*shoutout to Christopher Berry and Morgan Folsom, who helped me put my distracted thoughts in place.
If you have regular touchpoints with your coworkers from the marketing team, you probably already know they are in a constant organizational struggle for finding the right fit. Like, yeah…
In an article I wrote for the Atlassian Community, I mentioned how hard it is to find the right toolkit for your marketing team. Here, I am looking at another perspective: how hard it may be to find the correct methodology.
If your entire company is counting on agile and Scrum to fully function, your marketing team is somehow obliged to try to adopt it one way or another. But marketing is not an exact science, you know. Frequently, I’m unable to estimate my content-producing productivity in story points or leave that important social post for the next week because of my indestructible sprint’s integrity.
What is the hybrid model, and could it be suitable for marketing?
Here is the place where Christopher and Morgan enter the conversation. When I accidentally became part of their team, they were quietly working on a white paper focused on agile, waterfall, and hybrid approaches to work.
I have never seen anyone willingly putting so much effort into untangling the thick knots of project management methodologies.
Teodora: But… why?
Christopher: Well, people are struggling, and we wanted to find why. Also, don’t you find the philosophical differences between agile, waterfall, and hybrid fascinating?
Teodora: Fascinating may be a bit strong, although I’m certainly intrigued.
Christopher and Morgan helped me understand in more detail what I was already trying to adopt: the hybrid way of running a marketing project.
Traditionally, marketing teams always preferred a waterfall-like structure for their initiatives. But it feels a little lonely when all the other teams are running on two-week sprints, sharing their progress and success, while we were moving blocks through our timeless, endless board.
However, the hybrid model wasn’t quite what I thought it was. I figured it was just this nice, healthy, happy mix of waterfall and agile. We do the bits of waterfall we like, the bits of agile we like, and end up with a perfect blend. Indeed, Christopher and Morgan’s white paper is called The Perfect Blend.
Christopher: Actually, it should’ve been called The Perfect Blend?
Teodora: That’s what I said.
Christopher: No, The Perfect Blend? With a question mark. Our designer dropped the question mark when she put it together, probably thinking it wasn’t important. I now wish I’d asked her to put it back in.
Christopher: Because the question mark is the point. Can there be a perfect blend of waterfall and agile? It depends what you mean by “blend”. If you mean one team trying to do waterfall and agile together, then no, you can’t. Because waterfall and agile are polar opposites.
And thus came my discovery that a successful hybrid model is where you have different teams doing agile and waterfall, or you have, for example, waterfall at the enterprise level and agile for individual teams.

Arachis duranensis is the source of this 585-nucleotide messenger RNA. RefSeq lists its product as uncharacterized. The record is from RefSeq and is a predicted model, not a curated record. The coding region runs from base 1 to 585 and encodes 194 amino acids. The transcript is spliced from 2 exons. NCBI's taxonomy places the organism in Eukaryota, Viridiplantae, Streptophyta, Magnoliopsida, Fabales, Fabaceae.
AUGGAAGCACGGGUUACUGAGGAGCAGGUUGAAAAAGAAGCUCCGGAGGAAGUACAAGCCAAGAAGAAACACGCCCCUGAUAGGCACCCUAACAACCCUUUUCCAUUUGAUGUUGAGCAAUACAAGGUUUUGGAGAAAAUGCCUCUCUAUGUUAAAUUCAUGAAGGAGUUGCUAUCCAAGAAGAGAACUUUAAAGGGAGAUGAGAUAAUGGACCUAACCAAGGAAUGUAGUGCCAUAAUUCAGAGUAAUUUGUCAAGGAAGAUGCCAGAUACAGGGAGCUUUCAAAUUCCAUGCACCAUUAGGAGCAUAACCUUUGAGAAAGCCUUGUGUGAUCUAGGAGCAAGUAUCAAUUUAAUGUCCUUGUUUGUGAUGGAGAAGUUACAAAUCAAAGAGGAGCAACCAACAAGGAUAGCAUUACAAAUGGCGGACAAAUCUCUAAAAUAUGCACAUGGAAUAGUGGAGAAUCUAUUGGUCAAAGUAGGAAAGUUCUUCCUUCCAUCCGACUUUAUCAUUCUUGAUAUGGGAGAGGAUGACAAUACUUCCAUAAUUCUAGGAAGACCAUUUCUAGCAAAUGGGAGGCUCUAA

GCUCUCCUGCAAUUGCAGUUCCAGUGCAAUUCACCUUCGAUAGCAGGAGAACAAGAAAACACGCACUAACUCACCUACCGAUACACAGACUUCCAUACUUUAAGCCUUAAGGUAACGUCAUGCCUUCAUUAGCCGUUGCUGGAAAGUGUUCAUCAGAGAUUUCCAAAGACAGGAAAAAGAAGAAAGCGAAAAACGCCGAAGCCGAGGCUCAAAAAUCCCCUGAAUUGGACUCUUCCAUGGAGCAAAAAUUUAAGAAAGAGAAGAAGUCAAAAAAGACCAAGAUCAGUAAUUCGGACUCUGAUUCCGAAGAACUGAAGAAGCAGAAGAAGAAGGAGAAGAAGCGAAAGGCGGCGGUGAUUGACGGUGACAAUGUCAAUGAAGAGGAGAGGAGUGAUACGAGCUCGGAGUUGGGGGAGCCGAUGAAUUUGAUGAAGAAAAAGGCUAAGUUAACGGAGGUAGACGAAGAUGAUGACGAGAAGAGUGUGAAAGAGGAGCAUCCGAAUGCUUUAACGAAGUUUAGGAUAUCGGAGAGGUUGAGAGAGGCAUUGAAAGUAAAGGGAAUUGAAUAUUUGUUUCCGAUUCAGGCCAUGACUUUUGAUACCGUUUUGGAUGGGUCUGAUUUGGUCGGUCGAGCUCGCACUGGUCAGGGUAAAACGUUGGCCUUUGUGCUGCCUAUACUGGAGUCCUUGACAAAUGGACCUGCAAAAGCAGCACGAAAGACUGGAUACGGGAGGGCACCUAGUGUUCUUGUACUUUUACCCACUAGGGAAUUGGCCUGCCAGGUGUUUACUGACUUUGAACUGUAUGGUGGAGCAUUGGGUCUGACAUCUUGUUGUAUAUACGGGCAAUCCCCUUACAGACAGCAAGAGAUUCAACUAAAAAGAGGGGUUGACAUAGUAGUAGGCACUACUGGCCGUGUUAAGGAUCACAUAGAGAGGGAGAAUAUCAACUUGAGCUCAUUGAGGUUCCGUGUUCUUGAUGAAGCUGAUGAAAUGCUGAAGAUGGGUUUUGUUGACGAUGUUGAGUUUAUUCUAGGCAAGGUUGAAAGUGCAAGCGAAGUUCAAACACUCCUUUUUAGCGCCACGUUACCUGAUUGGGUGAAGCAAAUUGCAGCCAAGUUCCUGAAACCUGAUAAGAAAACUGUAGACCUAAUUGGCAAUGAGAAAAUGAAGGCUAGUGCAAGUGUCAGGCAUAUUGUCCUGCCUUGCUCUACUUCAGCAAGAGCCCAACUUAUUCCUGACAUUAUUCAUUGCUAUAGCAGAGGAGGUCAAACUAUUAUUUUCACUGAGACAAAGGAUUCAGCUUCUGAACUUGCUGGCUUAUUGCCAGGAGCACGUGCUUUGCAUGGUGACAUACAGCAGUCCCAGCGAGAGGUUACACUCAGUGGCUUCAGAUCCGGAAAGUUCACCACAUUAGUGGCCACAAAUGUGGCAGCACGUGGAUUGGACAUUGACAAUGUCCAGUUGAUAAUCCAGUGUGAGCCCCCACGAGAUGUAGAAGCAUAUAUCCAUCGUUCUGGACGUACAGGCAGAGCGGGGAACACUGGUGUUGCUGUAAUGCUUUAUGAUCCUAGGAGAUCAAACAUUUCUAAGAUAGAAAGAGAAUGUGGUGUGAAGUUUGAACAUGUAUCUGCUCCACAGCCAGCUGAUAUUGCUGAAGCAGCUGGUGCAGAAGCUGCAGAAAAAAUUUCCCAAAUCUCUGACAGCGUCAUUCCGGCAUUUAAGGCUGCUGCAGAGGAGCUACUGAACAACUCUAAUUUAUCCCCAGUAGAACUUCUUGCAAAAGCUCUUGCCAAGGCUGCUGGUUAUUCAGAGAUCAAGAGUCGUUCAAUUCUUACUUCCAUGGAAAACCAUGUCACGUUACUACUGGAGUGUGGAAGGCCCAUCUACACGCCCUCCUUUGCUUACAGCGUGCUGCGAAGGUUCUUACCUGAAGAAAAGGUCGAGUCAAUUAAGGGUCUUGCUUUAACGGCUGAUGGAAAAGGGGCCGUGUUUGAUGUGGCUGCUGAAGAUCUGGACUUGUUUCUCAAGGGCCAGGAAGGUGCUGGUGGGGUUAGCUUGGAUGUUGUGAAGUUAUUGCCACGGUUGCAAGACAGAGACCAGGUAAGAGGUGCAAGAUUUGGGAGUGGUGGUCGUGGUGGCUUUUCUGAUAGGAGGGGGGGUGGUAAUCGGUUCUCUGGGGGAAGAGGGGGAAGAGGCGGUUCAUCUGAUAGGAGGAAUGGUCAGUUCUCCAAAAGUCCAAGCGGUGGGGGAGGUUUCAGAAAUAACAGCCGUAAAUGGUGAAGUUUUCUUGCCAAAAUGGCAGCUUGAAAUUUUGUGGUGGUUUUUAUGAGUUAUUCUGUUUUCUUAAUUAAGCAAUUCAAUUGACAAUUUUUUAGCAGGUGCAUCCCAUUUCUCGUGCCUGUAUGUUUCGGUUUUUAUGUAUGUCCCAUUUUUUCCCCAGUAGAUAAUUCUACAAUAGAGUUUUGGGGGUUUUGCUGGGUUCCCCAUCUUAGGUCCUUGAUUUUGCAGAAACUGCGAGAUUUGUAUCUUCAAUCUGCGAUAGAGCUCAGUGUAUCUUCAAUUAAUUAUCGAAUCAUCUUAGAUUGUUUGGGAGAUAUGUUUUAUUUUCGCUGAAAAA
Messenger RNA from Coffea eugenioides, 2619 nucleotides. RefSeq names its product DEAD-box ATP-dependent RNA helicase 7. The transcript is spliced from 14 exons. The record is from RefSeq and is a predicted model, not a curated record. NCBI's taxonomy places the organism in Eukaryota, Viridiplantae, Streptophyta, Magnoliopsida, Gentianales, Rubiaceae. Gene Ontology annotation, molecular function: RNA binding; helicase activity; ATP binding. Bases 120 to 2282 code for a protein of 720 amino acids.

OR where hybrid is viewed simply as a transitional phase between waterfall and full agile.
My imaginings about hybrid fell squarely into this last type. I saw the marketing team adopting a kind of ‘soft Scrum’, leaving out the bits that don’t really gel. But, Christopher and Morgan pointed out, Scrum is quite a rigid methodology and as soon as you cherry-pick bits of it, you kinda lose the benefits of all of it.
My marketing team have now instituted a Scrum board using Jira Software and we’ve done exactly that: cherry-picked bits we like. Which is fine for now, because our hybrid approach is that we’re a marketing team in transition, introducing agile in a gradual way, which is exactly what Jira’s so great for. Being in a transitional phase means that we ought to make the leap to ‘hard Scrum’ eventually, or it might mean that we discover an alternative way of working along the way.
So, going back to the question of whether the hybrid model works for a marketing team, well, it’s working at the moment. My team have already fed back that they feel more organized having a Scrum board in Jira, and our first sprint has gone well. And Jira’s core functionality of epics, tasks, and boards is more than sufficient for our purposes. No need for Trello or Asana anymore. We’ve also connected Jira to our already-well-used Confluence instance so that we have a better and more transparent overview of all our work.
But, as a marketing team we’re right at the beginning of our Jira journey, so ask me again in a year, and I’ll tell you where we’ve ended up.
Meantime, if you want to dig deep into Christopher and Morgan’s thoughts on agile, waterfall, and hybrid approaches to work in Jira, take a closer look at The Perfect Blend? (making sure to imagine the missing question mark) and enjoy it with a cup of coffee.
PS: Christopher launched his second sci-fi novel when he was writing this. I have no clue how his brain works in such tremendously different directions, but I’ll be happy to see an X-Ray.
Teodora Vasileva is a Confluence junkie, using it to manage both work and life. She loves hiking in the mountains of Bulgaria and dreams of waking up and finding a Welsh Corgi puppy on her bed seeking cuddles. She tumbled into software and the Atlassian ecosystem after getting recruited by Botron, an Atlassian Marketplace Vendor, eventually becoming a one-woman army for all of Botron’s marketing, events, and partnerships.